I always loved reading. There were three children’s books that I read (by memory, is that still reading?) to my dad every night for at least a year or so. I loved one of those books so much that as a kindergartner I thought it would be a good idea to read one aloud in the school talent show. However, tragically, the night of the show I came down with a stomachache and was unable to go onstage. This was right after my best friend rapped “Parents Just Don’t Understand” by DJ Jazzy Jeff and The Fresh Prince. Perhaps my stomach understood what my audience of peers would appreciate more than I did.
The same stomachache came back a few years later, right before I was to go onstage to sing a Gloria Estefan song. Weird.
My bookworm tendencies continued through elementary school. I still remember running downstairs one night to share the exiting news that I had read an entire Baby-Sitters Club Little Sister book in one day. I had a pile of old books I found in my grandmother’s basement. I took a rolling cart from the pantry and loaded it up with all of my favorite books, parking it next to my bed. I reasoned that in a fire, I was going to roll this (40 pound?) cart (down two flights of stairs?) out of the house to save my most prized possessions.
Reading was life.
I also loved the library from a young age. I would check out hoards of books, hauling them home in a big bag. My best friend and I would play library together, and as we got older, we were allowed to walk to the library together in the summertime to check out books. (Once we got in trouble for drawing devil horns and coloring in the teeth of the models in an issue of TEEN magazine we had checked out. Quite the rebels.)
I continued to enjoy reading into adulthood. I read for pleasure (when possible) through college and graduate school. When I met my husband, I had a bookshelf full of books, and I enjoyed spending time browsing bookstores.
My husband bought me a Kindle e-reader back in about 2010. I remember when I first opened the package, I thought, “oh, this was a waste of money, he shouldn’t have gotten me that.” (Wrong.) I went on to order books and read them there. For awhile I traded my old books in at a local used bookstore for credit, but after our last move, I did a serious purge, and I don’t have anything to trade in anymore. It was easier and less expensive to order books on my Kindle, so this became my new mode of reading.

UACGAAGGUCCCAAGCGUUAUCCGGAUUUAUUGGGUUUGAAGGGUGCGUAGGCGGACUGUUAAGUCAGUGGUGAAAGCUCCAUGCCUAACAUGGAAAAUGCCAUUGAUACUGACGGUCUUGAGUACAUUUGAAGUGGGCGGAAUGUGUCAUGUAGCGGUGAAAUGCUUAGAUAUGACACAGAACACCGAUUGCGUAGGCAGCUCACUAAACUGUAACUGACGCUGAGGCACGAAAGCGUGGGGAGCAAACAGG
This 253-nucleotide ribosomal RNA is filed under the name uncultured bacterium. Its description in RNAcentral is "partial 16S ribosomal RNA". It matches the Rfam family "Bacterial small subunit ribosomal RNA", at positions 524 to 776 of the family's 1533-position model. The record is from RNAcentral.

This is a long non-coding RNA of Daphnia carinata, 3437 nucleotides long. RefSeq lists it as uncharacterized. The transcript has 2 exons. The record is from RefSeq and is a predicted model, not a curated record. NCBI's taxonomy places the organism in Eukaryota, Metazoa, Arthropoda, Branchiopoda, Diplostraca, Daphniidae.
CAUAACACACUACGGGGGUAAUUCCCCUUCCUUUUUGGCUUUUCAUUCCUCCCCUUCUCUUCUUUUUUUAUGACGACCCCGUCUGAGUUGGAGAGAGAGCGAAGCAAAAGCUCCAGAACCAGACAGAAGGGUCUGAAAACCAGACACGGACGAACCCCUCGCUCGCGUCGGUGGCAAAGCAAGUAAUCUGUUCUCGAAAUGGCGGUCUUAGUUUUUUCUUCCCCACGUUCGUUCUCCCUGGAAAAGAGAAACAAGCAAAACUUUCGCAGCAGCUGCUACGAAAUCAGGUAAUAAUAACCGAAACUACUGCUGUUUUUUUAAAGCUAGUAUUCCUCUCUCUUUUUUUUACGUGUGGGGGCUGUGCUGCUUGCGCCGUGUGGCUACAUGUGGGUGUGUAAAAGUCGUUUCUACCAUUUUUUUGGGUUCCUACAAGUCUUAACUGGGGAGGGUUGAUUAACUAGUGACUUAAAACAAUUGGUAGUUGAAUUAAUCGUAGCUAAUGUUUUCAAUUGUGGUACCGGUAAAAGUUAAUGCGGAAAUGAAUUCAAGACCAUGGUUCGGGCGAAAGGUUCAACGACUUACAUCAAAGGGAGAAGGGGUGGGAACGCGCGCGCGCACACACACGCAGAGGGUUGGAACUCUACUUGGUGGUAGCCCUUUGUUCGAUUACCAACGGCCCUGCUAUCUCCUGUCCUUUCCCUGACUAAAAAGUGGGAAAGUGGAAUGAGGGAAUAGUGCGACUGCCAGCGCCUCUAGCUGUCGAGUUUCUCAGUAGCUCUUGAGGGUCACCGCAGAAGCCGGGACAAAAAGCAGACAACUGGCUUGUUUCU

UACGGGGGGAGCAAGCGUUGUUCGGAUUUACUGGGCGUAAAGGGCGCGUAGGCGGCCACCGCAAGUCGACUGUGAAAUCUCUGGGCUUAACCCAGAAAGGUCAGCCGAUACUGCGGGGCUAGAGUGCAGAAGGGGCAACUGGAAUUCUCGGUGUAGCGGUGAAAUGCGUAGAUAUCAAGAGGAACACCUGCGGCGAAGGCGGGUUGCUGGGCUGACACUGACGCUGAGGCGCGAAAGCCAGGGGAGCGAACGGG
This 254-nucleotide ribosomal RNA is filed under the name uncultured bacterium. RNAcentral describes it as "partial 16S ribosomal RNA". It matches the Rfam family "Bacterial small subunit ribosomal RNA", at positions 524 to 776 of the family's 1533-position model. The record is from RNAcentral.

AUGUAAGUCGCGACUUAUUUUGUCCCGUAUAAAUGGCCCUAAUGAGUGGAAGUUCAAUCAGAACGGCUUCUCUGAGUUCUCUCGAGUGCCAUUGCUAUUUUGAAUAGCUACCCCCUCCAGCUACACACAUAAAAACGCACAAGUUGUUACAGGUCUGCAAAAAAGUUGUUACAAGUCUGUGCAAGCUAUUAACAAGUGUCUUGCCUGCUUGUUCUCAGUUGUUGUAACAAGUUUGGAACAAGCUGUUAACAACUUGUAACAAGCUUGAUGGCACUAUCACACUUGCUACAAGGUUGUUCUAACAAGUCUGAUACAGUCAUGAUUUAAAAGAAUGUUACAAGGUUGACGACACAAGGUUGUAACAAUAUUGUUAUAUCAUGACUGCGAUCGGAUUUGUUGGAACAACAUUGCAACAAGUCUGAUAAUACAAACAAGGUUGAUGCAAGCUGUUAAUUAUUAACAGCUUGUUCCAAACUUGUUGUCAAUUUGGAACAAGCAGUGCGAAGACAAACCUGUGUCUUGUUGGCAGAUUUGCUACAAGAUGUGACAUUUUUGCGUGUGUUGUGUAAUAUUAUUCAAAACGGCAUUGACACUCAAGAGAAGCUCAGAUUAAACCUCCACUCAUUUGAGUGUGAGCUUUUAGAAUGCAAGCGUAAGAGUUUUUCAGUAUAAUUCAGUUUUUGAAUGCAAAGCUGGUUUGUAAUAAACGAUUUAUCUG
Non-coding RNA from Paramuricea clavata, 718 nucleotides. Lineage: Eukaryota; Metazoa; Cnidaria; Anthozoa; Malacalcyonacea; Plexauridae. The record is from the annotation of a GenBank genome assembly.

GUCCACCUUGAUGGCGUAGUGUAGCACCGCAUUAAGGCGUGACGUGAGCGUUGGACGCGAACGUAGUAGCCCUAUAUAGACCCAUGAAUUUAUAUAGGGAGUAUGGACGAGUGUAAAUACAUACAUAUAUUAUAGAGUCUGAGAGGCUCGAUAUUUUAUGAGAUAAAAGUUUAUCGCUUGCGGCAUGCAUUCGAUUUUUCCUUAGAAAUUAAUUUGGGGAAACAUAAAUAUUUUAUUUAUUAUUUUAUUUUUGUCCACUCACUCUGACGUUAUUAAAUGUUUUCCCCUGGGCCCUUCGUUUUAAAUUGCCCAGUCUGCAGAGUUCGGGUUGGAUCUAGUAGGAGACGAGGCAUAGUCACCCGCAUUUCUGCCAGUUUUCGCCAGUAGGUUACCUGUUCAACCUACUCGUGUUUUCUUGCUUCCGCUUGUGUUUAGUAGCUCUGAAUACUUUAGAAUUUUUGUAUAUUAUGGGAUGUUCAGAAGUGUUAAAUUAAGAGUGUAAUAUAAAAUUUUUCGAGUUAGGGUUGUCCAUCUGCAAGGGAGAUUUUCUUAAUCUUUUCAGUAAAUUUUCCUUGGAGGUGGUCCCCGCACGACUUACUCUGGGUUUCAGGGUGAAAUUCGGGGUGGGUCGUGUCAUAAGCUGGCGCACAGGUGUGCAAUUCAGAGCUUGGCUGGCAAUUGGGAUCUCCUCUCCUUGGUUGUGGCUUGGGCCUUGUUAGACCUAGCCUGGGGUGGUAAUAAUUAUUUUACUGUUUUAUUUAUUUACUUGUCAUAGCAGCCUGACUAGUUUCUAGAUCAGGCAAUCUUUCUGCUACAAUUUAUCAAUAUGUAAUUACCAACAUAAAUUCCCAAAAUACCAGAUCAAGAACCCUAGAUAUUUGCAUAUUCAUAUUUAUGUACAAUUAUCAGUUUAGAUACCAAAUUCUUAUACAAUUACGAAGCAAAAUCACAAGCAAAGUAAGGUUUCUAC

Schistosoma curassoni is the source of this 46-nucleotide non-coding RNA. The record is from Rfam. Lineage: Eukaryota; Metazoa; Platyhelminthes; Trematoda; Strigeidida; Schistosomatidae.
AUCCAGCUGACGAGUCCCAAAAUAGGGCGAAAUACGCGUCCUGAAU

As time went on and social media became more prevalent, I read less. Umm, there was also the addition of two kids, so that might have played a small part.
Thanks to my stats on Goodreads.com, I can tell you that I read 22 books in 2012, and by 2017 I had only read one.
I found it easier to scroll through Facebook than to read an actual paper book while I was holding and nursing a baby all day long. My Kindle was one of the originals that wasn’t backlit, so I can’t read it in the dark. I don’t think I realized the value of the Kindle app at the time. Reading fell by the wayside, but I had a new “hobby” (ugh, I shudder to call it that) of reading Mommy Blogs and wasting time on Facebook. (While it wasn’t all pointless banter, I’ll save my praises for Facebook for another post.)
This was my reality until the end of last year.
One of my Facebook friends told me (see? valuable…) that I could borrow e-books from my local library. Again, it’s really hard to read a paper book with kids, at least with my kids. Someone always seems to want to be in my lap. There are constant interruptions, pages would get torn, my place would get lost — I just know better than to even try. Plus, I don’t always remember to bring my book with me when I leave the house in case I have a few minutes to kill in a waiting room.